PPRA zonal offices could help with ‘force account’ procuring

The Guardian
Published at 02:37 AM Mar 23 2024
Vice President Dr Philip Mpango
Photo: VPO
Vice President Dr Philip Mpango

NEW zonal offices of the Public Procurement Regulatory Authority (PPRA) are being slotted in five major commercial centres in the country in a move intended to make public institutions obtain more of its services with enhance ease and convenience.

The offices have been opened in Arusha, Mbeya, Mtwara, Mwanza and Tabora, and that might be the starting point, as ideally it is possible that the agency needs offices in all regions – even districts – across the country. It would largely depend on the way procurement is organised.

Yet there are curious indications that pressure is mounting, threatening to rein in the use of the public agency’s services as such but rather whether to stick to its mode of operations.

Two instances from water projects could suffice in illustrating the point being made on the ground but isn’t quite the policy norm as yet.

This relates to the way in which the Water ministry is saving vast amounts of money courtesy of the use of its own engineers and technicians. The usual modality is to float a tender and companies compete.

The second, a clearly  salutary example, is with respect to a vow by Vice President Dr Philip Mpango only the other day that he would resign if the implementation of the Mwanga-Korogwe water supply project is not completesd by the middle of the year.

The US$300 million project, which is financed by the government in collaboration with the United Arabs Emirates (UAE), was launched in 2014 and was lined up for completion by 2017.

It is feared that the fact that it has taken much longer than the scheduled three years would likely reflect crippling hurdles in the procurement model.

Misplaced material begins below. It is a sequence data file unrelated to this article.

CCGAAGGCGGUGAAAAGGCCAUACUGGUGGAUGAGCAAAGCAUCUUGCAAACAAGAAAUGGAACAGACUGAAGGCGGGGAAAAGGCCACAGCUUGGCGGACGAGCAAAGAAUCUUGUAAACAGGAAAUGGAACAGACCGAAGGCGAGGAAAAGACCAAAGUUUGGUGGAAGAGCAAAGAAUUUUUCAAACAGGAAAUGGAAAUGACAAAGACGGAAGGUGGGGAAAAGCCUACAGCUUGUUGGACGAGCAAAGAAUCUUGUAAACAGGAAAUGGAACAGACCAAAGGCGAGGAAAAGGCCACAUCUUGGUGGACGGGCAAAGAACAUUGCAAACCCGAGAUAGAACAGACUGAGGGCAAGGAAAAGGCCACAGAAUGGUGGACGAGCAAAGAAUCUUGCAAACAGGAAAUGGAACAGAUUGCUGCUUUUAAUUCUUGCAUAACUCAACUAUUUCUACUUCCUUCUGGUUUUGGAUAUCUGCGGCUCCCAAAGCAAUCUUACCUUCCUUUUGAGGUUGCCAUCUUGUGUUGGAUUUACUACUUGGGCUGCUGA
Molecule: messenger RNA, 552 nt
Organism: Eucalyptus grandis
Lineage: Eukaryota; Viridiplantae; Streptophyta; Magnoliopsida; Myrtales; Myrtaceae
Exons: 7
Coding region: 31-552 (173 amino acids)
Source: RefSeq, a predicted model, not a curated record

The procurement environment is leading to laudable initiatives by public agencies and organisations to go well beyond their call of duty by establishing commercial organisations seeking tenders with other public agencies.

The agencies usually expect privileges in obtaining tenders in that public agencies are expected to be more accountable and could be quizzed if anything goes wrong.

Rather to the contrary, the private service provider may only be summoned if there is a query, and that can be more problematic. It is unclear how promisingly PPRA is working on the issue.

Looking in particular at the Mwanga-Korogwe water project that is embarrassing to the VP, the answer doesn’t appear to be the proximity of PPRA offices but rather the suitability of the agency’s model of procurement.

Perhaps it can take time to sit down and examine the technical potential in government departments and agencies, in particular with regard to their core functions, to maximise potential there first.

This tendering and outsourcing predilection was in a sense a shortcut brought up by multilateral agencies chiefly to ease monitoring and supervision by local authorities unable to determine how ministries deploy their staff, working schedules, etc.

With foreign aid diminishing and demand for infrastructure quite high, tendering is getting increasingly slippery, as costs cited are at times forbiddingly high.

That is in part why PPRA may need more brainstorming on strategy rather than merely strive to make its roots grow deeper and cover wider ground.